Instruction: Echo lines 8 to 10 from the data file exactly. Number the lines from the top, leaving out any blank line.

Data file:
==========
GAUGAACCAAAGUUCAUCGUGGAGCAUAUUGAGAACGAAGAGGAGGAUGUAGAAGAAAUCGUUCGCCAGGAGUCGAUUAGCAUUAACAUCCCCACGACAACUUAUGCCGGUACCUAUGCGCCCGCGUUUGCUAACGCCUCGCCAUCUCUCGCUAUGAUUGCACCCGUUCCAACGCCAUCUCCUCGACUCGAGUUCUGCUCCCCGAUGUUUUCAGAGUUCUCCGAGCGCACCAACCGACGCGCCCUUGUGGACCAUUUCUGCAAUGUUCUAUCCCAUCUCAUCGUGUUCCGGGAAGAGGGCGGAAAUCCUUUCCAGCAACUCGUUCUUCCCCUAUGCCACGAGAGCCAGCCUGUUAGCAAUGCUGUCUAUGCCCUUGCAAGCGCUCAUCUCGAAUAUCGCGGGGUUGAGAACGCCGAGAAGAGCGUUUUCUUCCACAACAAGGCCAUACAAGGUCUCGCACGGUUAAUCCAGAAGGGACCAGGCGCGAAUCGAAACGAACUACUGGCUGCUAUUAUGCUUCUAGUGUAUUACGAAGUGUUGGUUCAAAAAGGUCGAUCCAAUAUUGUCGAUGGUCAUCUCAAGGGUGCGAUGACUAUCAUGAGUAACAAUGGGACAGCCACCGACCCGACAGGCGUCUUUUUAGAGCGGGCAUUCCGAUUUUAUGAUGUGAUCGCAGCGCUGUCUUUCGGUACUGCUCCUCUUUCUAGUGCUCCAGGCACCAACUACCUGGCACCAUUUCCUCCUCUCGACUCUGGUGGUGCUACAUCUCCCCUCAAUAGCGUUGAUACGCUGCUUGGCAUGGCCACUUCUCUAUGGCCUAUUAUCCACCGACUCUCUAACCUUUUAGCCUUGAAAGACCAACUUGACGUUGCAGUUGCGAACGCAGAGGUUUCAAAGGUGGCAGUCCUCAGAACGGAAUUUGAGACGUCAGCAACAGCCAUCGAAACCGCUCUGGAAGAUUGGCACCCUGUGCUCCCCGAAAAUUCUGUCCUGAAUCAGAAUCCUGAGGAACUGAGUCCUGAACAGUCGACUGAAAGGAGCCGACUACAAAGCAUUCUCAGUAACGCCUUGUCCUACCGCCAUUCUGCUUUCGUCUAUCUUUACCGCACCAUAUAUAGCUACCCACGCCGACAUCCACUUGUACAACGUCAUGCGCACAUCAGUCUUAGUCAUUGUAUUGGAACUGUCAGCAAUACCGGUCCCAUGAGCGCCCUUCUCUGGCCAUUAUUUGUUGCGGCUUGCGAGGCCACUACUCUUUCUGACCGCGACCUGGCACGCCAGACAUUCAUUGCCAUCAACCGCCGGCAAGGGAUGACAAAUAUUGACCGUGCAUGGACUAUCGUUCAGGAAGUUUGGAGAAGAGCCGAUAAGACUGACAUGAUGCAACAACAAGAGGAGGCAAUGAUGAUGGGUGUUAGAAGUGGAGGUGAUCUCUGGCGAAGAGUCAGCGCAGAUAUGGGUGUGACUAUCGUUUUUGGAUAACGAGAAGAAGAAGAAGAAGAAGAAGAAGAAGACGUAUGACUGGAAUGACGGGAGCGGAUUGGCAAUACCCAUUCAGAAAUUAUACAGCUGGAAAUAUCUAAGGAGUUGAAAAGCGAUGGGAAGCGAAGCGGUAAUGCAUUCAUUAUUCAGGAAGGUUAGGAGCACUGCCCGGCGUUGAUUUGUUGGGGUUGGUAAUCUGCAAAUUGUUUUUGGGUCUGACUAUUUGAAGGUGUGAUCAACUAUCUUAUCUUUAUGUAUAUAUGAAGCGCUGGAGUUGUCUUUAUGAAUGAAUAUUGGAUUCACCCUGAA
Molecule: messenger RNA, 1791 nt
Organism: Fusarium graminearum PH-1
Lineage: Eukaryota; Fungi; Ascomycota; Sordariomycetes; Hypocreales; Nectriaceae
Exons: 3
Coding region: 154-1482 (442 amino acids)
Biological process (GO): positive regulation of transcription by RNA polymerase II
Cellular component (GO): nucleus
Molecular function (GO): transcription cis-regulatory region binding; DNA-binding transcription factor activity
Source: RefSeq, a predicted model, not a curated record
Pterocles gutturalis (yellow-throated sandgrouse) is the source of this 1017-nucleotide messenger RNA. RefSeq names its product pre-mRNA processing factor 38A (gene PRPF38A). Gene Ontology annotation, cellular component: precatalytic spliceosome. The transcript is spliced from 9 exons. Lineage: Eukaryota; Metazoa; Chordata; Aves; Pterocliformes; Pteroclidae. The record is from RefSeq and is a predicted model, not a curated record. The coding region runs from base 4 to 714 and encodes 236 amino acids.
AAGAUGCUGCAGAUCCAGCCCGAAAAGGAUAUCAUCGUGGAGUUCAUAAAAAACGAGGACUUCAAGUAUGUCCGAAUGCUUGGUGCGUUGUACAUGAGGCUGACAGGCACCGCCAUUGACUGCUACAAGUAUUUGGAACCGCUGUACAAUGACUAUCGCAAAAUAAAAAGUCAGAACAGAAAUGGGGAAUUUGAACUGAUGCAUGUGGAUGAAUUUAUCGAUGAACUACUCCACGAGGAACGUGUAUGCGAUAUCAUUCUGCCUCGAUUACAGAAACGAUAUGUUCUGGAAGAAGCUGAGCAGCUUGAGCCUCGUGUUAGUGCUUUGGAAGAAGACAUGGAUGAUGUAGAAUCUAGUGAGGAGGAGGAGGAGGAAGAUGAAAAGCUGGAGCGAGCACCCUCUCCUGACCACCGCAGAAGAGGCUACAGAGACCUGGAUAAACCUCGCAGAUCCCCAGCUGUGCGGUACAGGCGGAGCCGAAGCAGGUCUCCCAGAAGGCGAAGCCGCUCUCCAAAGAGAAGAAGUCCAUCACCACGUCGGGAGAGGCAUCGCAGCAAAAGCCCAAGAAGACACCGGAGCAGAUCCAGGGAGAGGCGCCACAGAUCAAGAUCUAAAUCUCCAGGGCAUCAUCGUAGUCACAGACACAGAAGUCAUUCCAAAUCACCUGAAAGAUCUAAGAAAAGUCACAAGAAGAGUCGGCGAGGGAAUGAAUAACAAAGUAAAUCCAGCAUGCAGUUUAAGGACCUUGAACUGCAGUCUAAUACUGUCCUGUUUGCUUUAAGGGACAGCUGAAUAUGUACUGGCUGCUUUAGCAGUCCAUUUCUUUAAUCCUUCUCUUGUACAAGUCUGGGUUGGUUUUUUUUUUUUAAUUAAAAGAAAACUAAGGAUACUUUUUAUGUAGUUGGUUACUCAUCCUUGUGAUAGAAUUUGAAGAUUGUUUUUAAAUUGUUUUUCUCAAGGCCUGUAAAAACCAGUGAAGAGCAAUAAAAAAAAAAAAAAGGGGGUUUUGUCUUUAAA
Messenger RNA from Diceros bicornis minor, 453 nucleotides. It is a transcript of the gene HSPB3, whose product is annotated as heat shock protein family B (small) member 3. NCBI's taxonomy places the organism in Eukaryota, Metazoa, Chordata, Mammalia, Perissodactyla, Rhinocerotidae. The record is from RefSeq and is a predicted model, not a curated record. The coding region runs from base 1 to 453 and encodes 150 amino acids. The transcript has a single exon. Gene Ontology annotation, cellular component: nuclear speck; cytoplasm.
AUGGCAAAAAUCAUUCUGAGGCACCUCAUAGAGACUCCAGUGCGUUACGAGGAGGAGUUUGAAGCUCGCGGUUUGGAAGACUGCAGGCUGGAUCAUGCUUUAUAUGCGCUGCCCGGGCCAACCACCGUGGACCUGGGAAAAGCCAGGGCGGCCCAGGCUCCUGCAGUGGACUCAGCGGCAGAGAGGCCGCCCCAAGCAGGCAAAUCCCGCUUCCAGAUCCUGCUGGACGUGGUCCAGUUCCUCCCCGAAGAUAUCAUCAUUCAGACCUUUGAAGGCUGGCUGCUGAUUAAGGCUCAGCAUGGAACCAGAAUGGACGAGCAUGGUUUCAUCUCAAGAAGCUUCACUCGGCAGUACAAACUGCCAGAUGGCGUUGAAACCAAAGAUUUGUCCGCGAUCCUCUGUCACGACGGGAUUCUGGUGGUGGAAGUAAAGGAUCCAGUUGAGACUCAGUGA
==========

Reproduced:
Cellular component (GO): nucleus
Molecular function (GO): transcription cis-regulatory region binding; DNA-binding transcription factor activity
Source: RefSeq, a predicted model, not a curated record